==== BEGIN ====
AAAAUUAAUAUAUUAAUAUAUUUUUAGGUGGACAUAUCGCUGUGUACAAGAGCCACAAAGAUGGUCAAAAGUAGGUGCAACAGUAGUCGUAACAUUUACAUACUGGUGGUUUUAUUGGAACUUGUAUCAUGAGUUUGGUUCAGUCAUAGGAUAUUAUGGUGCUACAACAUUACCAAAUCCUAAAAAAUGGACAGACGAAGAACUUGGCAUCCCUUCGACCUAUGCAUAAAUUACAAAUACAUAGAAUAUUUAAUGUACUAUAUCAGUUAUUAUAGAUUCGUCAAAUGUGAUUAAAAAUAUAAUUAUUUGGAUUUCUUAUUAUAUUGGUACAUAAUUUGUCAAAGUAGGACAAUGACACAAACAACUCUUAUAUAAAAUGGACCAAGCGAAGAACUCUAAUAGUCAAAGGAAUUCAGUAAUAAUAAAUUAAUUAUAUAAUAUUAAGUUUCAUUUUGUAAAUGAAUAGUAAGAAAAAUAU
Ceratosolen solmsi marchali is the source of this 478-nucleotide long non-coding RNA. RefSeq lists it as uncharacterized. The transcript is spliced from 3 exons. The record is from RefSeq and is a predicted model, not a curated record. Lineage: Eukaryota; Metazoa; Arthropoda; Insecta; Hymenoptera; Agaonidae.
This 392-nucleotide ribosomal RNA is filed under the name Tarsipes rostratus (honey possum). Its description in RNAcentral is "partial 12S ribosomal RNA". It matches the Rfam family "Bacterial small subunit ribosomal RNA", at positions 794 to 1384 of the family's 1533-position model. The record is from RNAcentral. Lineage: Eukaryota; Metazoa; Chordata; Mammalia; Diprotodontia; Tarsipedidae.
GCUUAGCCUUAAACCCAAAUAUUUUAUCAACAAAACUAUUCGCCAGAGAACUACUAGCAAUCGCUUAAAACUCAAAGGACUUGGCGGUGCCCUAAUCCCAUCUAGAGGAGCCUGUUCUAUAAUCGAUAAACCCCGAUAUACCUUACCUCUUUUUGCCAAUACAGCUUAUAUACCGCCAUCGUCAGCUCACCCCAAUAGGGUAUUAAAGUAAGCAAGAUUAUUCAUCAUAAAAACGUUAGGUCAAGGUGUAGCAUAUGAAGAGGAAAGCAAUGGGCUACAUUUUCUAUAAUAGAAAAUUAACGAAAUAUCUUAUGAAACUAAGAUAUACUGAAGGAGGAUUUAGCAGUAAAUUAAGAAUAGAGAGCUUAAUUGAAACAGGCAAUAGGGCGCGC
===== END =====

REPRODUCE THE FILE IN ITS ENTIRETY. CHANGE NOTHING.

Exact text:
AAAAUUAAUAUAUUAAUAUAUUUUUAGGUGGACAUAUCGCUGUGUACAAGAGCCACAAAGAUGGUCAAAAGUAGGUGCAACAGUAGUCGUAACAUUUACAUACUGGUGGUUUUAUUGGAACUUGUAUCAUGAGUUUGGUUCAGUCAUAGGAUAUUAUGGUGCUACAACAUUACCAAAUCCUAAAAAAUGGACAGACGAAGAACUUGGCAUCCCUUCGACCUAUGCAUAAAUUACAAAUACAUAGAAUAUUUAAUGUACUAUAUCAGUUAUUAUAGAUUCGUCAAAUGUGAUUAAAAAUAUAAUUAUUUGGAUUUCUUAUUAUAUUGGUACAUAAUUUGUCAAAGUAGGACAAUGACACAAACAACUCUUAUAUAAAAUGGACCAAGCGAAGAACUCUAAUAGUCAAAGGAAUUCAGUAAUAAUAAAUUAAUUAUAUAAUAUUAAGUUUCAUUUUGUAAAUGAAUAGUAAGAAAAAUAU
Ceratosolen solmsi marchali is the source of this 478-nucleotide long non-coding RNA. RefSeq lists it as uncharacterized. The transcript is spliced from 3 exons. The record is from RefSeq and is a predicted model, not a curated record. Lineage: Eukaryota; Metazoa; Arthropoda; Insecta; Hymenoptera; Agaonidae.
This 392-nucleotide ribosomal RNA is filed under the name Tarsipes rostratus (honey possum). Its description in RNAcentral is "partial 12S ribosomal RNA". It matches the Rfam family "Bacterial small subunit ribosomal RNA", at positions 794 to 1384 of the family's 1533-position model. The record is from RNAcentral. Lineage: Eukaryota; Metazoa; Chordata; Mammalia; Diprotodontia; Tarsipedidae.
GCUUAGCCUUAAACCCAAAUAUUUUAUCAACAAAACUAUUCGCCAGAGAACUACUAGCAAUCGCUUAAAACUCAAAGGACUUGGCGGUGCCCUAAUCCCAUCUAGAGGAGCCUGUUCUAUAAUCGAUAAACCCCGAUAUACCUUACCUCUUUUUGCCAAUACAGCUUAUAUACCGCCAUCGUCAGCUCACCCCAAUAGGGUAUUAAAGUAAGCAAGAUUAUUCAUCAUAAAAACGUUAGGUCAAGGUGUAGCAUAUGAAGAGGAAAGCAAUGGGCUACAUUUUCUAUAAUAGAAAAUUAACGAAAUAUCUUAUGAAACUAAGAUAUACUGAAGGAGGAUUUAGCAGUAAAUUAAGAAUAGAGAGCUUAAUUGAAACAGGCAAUAGGGCGCGC